“Only a few of them (recast borrowers) are actually interested in again using their cards; the bulk of them have been very circumspect," Rama Mohan Rao Amara, chief executive of SBI Cards and Payment Services Ltd, told analysts on 29 April.

Now, with the economy opening up, credit card issuers are cautiously trying to woo those who abandoned their cards back into the fold.

Reloading revolvers

Credit card customers can be classified into two groups, based on repayment schedules. One group comprises transactors, or those who pay the outstanding amount by the due date. The other is revolvers — customers who pay only a part of their dues on the repayment date, to avoid a default. While banks have removed most of the stringent credit filters applied to their borrowers in the early months of the pandemic to allow onboarding of more customers, the segment known as revolvers is yet to make a comeback. Credit card companies earn more interest from revolvers and the drop in their numbers has hurt their earnings.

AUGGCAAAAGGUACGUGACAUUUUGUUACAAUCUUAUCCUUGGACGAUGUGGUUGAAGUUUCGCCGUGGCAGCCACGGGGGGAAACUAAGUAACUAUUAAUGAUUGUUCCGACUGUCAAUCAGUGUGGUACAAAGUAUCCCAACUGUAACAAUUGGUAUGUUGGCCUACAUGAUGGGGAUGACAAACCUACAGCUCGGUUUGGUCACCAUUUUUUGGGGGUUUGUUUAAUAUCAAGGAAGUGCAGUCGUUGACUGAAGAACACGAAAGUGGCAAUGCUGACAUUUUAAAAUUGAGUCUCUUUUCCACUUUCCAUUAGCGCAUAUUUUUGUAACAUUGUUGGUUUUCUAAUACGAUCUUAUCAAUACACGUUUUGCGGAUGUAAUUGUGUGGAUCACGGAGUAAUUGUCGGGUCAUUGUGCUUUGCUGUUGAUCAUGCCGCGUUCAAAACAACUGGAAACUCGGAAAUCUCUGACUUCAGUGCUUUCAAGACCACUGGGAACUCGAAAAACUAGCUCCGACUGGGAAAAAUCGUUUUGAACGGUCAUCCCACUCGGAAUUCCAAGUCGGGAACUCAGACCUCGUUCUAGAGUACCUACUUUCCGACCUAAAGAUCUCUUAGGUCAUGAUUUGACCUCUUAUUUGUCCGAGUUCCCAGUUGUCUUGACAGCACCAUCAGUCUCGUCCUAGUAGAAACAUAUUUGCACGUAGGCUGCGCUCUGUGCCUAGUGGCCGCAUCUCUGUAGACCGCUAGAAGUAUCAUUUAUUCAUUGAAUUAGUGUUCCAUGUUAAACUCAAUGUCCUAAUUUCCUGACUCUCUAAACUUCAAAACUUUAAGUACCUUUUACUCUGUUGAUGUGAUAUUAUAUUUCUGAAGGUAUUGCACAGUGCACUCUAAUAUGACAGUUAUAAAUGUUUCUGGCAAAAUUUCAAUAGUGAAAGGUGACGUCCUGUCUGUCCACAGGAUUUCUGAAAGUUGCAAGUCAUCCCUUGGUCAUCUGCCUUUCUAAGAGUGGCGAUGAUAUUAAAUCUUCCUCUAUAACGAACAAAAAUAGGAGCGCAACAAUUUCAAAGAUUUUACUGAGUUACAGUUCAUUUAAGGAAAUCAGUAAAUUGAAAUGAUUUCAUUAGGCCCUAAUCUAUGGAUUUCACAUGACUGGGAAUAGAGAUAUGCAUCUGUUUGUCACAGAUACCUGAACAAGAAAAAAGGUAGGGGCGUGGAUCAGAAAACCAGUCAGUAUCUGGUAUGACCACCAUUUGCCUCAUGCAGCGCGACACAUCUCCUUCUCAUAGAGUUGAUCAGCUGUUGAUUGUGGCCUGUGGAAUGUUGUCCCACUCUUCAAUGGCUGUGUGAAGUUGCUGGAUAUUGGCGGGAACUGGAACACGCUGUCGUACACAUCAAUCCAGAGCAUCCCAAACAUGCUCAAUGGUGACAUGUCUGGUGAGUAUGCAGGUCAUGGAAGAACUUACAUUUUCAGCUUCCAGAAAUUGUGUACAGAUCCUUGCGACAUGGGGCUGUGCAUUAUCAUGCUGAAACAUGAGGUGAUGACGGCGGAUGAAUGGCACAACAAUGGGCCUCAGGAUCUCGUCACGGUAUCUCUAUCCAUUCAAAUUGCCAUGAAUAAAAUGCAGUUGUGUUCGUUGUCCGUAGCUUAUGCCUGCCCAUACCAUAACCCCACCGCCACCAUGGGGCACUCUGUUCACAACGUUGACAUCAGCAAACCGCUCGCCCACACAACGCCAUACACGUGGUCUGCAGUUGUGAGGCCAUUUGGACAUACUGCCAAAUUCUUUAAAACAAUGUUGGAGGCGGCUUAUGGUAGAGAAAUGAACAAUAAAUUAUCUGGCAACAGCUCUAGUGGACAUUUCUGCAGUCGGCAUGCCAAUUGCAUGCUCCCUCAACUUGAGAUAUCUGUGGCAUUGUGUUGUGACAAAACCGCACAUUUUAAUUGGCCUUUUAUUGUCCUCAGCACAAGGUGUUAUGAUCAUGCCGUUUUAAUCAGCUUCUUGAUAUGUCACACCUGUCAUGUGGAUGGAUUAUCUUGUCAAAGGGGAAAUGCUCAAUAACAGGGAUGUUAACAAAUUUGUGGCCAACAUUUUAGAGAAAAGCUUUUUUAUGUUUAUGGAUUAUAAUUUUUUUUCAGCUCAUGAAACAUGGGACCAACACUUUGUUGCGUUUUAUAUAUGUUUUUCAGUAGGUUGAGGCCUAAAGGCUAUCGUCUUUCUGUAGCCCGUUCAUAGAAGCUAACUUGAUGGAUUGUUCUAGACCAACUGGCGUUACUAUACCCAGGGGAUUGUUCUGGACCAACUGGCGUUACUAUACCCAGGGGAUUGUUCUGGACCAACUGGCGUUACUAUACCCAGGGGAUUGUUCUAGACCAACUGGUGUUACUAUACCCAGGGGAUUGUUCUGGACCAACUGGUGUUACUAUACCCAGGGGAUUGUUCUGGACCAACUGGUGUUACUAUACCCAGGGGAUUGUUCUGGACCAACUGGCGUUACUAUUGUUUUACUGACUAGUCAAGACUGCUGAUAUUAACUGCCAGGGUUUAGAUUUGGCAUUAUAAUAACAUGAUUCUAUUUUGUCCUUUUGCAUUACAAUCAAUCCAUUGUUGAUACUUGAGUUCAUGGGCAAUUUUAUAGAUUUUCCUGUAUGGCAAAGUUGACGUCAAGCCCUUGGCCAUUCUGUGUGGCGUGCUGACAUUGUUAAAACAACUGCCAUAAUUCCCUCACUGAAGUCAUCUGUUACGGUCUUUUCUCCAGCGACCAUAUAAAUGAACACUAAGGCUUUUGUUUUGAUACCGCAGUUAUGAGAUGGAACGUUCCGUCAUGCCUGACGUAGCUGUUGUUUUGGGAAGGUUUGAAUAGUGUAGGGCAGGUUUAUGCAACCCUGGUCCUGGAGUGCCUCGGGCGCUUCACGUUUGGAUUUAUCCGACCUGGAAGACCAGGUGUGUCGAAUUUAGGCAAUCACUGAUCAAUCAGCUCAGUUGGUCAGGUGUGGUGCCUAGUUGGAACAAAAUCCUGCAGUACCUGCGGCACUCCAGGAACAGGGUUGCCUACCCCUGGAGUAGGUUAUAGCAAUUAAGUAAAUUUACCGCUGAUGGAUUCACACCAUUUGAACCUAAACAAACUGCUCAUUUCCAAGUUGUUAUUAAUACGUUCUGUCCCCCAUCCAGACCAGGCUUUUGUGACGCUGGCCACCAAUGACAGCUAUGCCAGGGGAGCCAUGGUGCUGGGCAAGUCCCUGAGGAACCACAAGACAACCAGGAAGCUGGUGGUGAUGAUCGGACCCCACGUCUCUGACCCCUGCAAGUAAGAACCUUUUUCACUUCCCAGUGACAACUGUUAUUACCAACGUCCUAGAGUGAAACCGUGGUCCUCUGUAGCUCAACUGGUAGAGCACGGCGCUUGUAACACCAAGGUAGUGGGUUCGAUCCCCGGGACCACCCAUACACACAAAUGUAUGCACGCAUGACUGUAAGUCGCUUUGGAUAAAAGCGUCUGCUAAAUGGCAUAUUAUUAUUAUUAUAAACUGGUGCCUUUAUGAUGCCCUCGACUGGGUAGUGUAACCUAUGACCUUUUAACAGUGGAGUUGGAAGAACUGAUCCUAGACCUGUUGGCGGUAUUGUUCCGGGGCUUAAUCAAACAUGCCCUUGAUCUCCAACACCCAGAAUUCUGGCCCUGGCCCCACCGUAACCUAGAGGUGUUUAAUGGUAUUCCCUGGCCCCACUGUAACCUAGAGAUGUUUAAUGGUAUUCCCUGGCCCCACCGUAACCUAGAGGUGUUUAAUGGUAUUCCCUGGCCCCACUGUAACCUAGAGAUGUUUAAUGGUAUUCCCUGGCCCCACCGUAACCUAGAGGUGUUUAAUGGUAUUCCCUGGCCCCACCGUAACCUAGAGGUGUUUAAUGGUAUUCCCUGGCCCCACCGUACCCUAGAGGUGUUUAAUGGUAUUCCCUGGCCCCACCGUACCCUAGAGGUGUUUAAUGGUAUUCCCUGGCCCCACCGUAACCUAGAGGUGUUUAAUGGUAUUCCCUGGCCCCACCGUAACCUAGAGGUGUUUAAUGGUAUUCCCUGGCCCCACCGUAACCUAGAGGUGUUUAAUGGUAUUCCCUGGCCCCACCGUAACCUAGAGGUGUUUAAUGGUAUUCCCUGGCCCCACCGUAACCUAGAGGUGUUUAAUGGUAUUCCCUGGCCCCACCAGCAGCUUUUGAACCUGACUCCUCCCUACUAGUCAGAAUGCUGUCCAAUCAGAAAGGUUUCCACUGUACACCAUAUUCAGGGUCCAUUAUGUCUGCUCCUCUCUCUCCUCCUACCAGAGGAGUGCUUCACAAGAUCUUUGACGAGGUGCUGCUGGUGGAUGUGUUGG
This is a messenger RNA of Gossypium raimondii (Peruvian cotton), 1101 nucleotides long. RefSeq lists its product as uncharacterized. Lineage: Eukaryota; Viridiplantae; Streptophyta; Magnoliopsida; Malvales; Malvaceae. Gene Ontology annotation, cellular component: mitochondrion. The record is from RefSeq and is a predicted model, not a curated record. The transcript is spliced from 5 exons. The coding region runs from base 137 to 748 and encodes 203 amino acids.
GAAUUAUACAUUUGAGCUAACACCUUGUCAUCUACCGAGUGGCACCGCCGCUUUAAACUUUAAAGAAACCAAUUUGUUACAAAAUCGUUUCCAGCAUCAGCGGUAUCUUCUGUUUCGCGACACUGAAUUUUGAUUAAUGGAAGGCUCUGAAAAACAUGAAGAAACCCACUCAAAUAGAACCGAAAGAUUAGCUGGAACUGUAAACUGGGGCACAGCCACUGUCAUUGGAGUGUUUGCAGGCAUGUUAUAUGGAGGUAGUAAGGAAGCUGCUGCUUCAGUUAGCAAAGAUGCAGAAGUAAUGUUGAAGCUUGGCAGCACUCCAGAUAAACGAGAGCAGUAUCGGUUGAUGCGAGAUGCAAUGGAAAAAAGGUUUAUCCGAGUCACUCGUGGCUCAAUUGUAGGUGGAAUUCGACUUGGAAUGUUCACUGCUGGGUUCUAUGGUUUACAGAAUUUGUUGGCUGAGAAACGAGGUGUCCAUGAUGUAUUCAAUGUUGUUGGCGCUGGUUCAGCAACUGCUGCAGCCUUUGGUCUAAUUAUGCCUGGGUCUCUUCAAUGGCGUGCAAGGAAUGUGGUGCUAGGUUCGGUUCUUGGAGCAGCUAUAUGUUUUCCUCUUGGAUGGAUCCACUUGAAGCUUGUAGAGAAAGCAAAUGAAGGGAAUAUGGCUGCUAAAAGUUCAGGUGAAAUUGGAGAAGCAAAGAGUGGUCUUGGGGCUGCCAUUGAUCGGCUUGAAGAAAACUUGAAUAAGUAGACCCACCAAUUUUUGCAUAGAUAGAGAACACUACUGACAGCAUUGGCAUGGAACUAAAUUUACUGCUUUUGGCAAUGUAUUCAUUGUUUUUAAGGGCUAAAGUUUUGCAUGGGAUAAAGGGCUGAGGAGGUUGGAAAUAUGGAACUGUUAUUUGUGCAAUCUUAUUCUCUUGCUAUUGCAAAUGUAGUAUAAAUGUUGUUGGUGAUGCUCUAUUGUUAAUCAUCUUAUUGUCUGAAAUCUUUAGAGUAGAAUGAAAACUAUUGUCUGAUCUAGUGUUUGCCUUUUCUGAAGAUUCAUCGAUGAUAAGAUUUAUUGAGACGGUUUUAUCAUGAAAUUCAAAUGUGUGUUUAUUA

“It is taking longer than what we had expected, but it is an industry phenomenon. Everyone is looking at it and making attempts to improve the revolver (book)," says Amara.

It is estimated that revolvers accounted for 40-50% of outstanding dues before the pandemic and the covid impact has shrunk their share by 10-15 percentage points. The percentage of outstanding is skewed in favour of revolvers because such customers typically have higher outstanding balances than transactors.

Sanjeev Moghe, president and head of cards and payments at Axis Bank, believes it would take another 18-24 months of gradual increases in revolving behaviour to take the share of such customers to pre-covid levels. “We extended the moratorium to borrowers, and while some of them were able to repay after it ended, others could not. This happened over 12-15 months ago," he says.

Widening the net